Across dozens of sports, women's world speed records consistently fall 10 percent short of men's records.
Earlier this week, we set out to test our perception that women were catching up to men. We know, after all, that there are and were structural factors that prevented women from engaging in and training for athletics. Our perception was that these impediments had been getting slowly eroded. Therefore, we expected to see, at least in some sports, a path to equality that showed women's times catching up with men's in 2031 or some other date in the future.
But when we went to the data, our hypothesis didn't hold up. In a set of swimming and running races, each women's world record was about 90 percent of the men's world record.
It turned out someone had already conducted similar -- and broader -- research on this ratio. The Israeli physicist Ira Hammerman spoke at the 2010 Wingate Congress of Exercise & Sports Sciences, and he found that this little-known ratio held across all sports.
Running. Swimming. Rowing. Kayaking. Short distance, long distance. Accomplished in teams or attempted alone.These are such diverse events, requiring different parts of the body and diverse types of talent. And yet they all share something: Their women's speed world records are all about 90 percent of their men's speed world records, in both short, middle and long distances.
In kayak racing -- played solo or in teams of 2 or 4; at distances of 200m, 500m or 1000m -- the mean ratio between women's and men's records was .88. In track cycling, at short or endurance distances, women's records were 88 percent of men's.
Even in crew rowing -- a sport for 1, 2, 4 or 9 people, with two different forms of rowing and two different average weights -- the mean ratio from men's over women's world records was .90.
Hammerman looked at a total of 82 events in all, across six sports, and the difference between all of their records fell between .84 and .94:
Does this tell us something about the genders?
When talking about world records, we're always talking about the most accomplished human specimens. These aren't ordinary men or women. To arrive at any lesson about the basic difference between the genders, you have to jump a little, from the best to all.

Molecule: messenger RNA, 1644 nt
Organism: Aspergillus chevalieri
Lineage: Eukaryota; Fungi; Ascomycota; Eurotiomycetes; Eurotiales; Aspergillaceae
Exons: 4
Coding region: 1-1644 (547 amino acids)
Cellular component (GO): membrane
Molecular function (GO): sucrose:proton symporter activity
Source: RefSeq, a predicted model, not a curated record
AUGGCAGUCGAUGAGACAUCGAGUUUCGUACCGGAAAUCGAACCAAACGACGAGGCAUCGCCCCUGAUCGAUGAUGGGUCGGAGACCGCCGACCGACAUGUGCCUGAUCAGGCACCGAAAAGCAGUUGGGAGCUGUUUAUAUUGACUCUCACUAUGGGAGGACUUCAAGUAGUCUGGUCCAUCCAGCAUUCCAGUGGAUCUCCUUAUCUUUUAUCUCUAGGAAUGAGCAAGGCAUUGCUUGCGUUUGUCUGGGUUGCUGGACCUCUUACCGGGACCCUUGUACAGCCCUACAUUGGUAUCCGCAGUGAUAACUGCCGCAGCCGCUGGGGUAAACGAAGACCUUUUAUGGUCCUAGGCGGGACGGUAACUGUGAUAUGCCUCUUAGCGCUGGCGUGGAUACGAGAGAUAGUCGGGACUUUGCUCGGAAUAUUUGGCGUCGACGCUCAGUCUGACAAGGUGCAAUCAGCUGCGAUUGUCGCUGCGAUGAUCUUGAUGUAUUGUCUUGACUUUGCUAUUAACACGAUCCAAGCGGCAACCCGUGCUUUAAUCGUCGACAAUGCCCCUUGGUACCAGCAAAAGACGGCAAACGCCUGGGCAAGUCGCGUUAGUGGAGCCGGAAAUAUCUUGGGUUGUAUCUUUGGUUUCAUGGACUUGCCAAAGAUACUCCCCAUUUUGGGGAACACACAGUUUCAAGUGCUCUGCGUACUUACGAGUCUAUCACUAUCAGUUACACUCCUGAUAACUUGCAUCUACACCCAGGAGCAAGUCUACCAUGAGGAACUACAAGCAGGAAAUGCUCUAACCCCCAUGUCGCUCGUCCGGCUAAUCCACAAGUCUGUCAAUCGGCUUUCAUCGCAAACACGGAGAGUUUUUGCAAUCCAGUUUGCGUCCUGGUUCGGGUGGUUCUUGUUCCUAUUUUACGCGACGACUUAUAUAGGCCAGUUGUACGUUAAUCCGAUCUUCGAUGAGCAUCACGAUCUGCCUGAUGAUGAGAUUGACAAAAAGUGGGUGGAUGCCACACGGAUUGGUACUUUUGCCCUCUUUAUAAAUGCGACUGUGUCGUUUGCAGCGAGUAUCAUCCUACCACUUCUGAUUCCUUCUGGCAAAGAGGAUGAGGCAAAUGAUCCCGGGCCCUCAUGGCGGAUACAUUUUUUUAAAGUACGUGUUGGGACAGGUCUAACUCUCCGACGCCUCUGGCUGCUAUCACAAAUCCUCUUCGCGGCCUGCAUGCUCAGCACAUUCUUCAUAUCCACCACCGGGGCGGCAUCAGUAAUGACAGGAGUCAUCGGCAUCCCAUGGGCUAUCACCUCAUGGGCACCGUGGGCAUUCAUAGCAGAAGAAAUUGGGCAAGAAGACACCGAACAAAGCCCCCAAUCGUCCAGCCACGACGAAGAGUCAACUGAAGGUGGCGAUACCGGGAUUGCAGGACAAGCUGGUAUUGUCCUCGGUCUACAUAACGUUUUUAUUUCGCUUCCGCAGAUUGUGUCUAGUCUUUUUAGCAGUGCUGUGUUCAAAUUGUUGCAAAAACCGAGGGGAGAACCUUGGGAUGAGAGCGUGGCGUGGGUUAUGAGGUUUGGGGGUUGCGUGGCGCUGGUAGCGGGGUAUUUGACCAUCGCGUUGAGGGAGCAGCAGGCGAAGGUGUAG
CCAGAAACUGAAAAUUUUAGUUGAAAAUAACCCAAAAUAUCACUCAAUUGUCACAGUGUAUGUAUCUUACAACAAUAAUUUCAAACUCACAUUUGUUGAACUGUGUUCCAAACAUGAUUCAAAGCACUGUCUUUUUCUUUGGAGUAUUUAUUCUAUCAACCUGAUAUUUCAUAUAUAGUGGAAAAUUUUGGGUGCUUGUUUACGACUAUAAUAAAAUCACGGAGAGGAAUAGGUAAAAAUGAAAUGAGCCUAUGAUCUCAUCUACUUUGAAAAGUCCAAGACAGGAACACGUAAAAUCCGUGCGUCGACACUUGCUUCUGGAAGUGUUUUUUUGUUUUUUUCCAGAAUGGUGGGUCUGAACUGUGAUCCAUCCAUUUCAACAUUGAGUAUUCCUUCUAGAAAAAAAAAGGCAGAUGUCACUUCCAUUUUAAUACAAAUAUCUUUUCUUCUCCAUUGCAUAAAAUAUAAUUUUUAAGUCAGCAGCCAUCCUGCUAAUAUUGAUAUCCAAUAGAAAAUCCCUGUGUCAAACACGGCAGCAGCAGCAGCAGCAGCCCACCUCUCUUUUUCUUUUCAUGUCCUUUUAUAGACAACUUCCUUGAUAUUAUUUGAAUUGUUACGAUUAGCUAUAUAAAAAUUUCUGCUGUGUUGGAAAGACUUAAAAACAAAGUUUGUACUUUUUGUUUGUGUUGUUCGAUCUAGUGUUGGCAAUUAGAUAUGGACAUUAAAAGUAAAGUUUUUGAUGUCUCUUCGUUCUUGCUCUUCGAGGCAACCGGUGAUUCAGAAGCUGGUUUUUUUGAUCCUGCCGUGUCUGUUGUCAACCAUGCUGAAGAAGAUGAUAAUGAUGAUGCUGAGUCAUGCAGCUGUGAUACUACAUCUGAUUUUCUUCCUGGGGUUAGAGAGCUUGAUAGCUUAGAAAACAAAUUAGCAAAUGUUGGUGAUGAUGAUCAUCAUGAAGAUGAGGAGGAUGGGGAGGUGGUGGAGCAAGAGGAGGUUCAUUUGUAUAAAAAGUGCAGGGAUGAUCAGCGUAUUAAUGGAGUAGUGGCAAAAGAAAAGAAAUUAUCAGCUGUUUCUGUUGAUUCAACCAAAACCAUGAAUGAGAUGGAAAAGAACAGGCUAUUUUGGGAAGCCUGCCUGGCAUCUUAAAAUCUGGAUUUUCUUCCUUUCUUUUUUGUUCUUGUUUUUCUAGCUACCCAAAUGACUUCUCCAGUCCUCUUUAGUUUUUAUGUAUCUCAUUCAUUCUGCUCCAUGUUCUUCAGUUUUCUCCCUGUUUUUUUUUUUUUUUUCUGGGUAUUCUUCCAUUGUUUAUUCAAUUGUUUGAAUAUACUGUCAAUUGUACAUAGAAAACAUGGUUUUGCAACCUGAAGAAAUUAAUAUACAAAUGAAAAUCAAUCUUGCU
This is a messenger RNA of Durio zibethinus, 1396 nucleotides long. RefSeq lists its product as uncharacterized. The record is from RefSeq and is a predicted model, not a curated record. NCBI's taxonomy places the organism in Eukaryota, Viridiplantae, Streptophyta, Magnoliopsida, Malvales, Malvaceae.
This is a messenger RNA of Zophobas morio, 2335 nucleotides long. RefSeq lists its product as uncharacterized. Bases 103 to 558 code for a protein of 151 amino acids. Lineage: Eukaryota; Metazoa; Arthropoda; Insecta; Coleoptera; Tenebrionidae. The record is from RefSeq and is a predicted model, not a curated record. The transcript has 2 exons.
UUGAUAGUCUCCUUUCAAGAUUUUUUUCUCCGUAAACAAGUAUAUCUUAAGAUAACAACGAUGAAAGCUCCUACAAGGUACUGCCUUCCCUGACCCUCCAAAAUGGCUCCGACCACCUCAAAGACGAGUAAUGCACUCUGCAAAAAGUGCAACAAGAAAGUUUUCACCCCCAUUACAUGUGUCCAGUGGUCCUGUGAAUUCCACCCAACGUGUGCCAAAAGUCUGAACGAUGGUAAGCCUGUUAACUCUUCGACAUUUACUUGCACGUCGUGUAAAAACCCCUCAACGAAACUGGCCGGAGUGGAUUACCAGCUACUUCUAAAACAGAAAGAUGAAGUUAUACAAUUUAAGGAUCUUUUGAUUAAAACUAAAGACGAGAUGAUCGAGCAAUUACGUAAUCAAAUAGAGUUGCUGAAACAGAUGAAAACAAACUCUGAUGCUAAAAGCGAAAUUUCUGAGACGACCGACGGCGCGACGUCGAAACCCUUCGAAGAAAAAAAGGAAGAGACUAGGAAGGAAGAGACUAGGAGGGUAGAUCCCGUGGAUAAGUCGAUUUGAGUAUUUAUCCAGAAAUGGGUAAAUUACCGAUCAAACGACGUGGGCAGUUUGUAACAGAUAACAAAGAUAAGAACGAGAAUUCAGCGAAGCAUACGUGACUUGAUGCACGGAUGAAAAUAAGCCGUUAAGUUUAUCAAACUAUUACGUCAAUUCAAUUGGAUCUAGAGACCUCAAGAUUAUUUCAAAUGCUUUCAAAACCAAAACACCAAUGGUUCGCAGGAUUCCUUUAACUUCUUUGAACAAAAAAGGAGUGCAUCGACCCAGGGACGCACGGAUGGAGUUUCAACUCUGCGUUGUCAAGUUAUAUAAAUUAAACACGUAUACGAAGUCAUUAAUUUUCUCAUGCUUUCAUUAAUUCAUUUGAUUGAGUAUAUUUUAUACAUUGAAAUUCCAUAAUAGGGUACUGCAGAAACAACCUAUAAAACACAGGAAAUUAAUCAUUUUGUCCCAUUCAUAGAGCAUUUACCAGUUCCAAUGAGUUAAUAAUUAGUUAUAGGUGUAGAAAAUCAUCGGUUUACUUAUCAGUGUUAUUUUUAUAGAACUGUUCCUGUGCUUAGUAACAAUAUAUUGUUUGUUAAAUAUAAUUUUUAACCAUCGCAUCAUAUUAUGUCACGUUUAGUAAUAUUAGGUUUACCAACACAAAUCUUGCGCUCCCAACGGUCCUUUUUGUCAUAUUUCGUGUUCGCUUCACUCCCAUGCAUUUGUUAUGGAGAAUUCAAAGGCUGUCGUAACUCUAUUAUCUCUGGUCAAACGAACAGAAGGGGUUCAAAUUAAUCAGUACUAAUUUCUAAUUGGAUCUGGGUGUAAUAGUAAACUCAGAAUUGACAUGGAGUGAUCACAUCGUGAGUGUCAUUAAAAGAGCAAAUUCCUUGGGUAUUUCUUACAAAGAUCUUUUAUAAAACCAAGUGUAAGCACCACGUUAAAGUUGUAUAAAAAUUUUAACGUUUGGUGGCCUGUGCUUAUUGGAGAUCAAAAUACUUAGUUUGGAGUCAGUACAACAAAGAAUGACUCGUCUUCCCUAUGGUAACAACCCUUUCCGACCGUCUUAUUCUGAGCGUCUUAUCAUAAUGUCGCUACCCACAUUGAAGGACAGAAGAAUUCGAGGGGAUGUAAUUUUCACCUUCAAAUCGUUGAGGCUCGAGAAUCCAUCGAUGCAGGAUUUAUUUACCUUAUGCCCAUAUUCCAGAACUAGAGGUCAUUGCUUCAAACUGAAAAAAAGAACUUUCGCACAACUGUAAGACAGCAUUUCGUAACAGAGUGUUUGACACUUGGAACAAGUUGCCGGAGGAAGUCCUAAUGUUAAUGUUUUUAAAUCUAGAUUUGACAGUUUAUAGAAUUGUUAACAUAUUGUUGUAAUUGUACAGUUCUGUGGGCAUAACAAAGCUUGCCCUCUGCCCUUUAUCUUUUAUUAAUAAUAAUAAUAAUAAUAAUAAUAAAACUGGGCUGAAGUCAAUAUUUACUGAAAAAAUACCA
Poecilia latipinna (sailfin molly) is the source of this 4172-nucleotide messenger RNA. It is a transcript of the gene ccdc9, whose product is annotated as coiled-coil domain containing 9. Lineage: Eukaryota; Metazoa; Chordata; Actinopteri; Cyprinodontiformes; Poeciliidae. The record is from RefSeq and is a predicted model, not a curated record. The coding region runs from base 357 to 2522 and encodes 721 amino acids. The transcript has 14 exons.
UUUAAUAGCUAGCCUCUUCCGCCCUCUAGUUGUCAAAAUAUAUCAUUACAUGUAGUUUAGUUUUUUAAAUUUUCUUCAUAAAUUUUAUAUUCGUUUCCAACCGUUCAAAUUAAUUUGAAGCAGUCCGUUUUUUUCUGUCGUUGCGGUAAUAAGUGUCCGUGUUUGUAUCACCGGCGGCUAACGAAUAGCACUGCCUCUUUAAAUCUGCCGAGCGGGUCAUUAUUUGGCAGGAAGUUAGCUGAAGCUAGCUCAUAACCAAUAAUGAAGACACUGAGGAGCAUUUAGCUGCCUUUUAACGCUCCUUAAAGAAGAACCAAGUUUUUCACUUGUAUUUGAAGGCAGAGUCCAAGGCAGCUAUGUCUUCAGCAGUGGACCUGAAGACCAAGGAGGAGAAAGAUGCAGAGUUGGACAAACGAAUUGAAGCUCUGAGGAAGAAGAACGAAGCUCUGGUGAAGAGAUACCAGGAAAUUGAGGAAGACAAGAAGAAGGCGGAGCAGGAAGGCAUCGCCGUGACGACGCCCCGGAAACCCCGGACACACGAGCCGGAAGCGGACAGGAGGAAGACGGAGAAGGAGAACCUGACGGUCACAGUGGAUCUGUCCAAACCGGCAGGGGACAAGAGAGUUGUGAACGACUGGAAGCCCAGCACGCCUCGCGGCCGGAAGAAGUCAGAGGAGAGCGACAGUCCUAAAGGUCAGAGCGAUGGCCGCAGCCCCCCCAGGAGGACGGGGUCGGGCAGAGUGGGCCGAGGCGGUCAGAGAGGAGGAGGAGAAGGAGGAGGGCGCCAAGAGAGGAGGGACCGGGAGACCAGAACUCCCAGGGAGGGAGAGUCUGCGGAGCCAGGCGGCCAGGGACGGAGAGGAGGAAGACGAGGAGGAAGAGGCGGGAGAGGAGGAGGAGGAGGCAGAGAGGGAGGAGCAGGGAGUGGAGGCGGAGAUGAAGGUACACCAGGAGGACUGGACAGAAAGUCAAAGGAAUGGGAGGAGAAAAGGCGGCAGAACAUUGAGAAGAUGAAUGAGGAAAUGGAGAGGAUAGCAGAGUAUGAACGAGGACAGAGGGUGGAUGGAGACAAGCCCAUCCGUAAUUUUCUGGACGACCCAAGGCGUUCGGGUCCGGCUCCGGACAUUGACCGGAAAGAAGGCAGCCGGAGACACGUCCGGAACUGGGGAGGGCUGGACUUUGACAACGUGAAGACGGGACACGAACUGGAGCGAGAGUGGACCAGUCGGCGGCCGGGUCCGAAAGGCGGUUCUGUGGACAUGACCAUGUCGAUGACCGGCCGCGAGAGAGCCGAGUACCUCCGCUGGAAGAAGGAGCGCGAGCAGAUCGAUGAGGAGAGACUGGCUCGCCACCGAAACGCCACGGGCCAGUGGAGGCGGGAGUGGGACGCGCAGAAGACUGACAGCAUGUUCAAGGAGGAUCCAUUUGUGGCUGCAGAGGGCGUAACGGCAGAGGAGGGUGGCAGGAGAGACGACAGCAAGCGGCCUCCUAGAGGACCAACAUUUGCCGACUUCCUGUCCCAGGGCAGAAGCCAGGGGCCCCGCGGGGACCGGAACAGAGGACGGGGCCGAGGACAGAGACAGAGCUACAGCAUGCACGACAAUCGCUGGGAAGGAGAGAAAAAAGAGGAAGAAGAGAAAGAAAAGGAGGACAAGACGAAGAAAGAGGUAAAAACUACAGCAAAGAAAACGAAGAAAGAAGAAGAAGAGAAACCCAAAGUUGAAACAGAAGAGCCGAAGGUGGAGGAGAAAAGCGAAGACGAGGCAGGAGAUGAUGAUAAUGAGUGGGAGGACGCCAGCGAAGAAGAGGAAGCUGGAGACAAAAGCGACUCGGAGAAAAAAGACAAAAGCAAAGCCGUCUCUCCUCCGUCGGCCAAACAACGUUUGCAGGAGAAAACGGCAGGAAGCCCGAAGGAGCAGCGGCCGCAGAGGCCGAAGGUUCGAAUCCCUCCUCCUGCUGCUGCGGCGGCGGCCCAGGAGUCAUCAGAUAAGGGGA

And there could be social factors that shrink the available pool of women out of which the best athletes can emerge. In the US, let alone in other areas of the world, women make up only 41 percent of high school athletes.
At the same time, the 10 percent difference is clear from sport to sport and does not appear to be closely correlated with overall women's participation rates in athletics. Regardless of specifics, the factors which separate men and women probably seem to be, in Hammerman's words, "simple and basic."
Taking a kind of wild shot at which biological factors might affect athletic performance, Hammerman looked at hemoglobin counts and the maximum amount of oxygen an athlete can use in a minute.
And guess what he found? Men have an average of 13.6 to 17.5 grams of hemoglobin per decalliter in their blood. Women have 12.0 to 15.5 g/dl.
The ratio? .88 to .89.
And while maximum oxygen consumption statistics are harder to measure and harder to come by, if you compare them for four accomplished long distance runners of each gender, they average to 72.7 for women and 82.1 for men. 72.7 is about 89 percent of 82.1.
So, will women ever catch up to men?
There are two possible answers to this question. The most obvious interpretation is that no, women are not catching up to men. The data is converging on this ratio: in every sport that can be measured this way, the peak performance of the world's best female athletes tops out at around 90 percent of the peak performance of the world's best male athletes. In the 100m dash, by Hammerman's charting, this rough ratio has held for 55 years:
And this trend has held for decades in most sports.
The second answer is that women have already caught up to men. Women today, for example, swim as fast as men did forty years ago. The women's world record for butterfly ties Mark Spitz's 1967 record.
While this work does not tell the tidy story of rising gender equality that we anticipated, it may have an unexpected and fascinating use. Hammerman believes you can use this data to predict when a new record should be penciled into the books. Because the 90 percent ratio should hold, Hammerman proposes, you can use it to guess which records might be the next to fall. If the women's record is lower than usual -- say, .85 of the men's, then there's likely room for improvement in the women's record. And likewise, if the women's record stands somewhat higher than 90 percent -- .93, .94 or .95 -- the men's record can likely improve.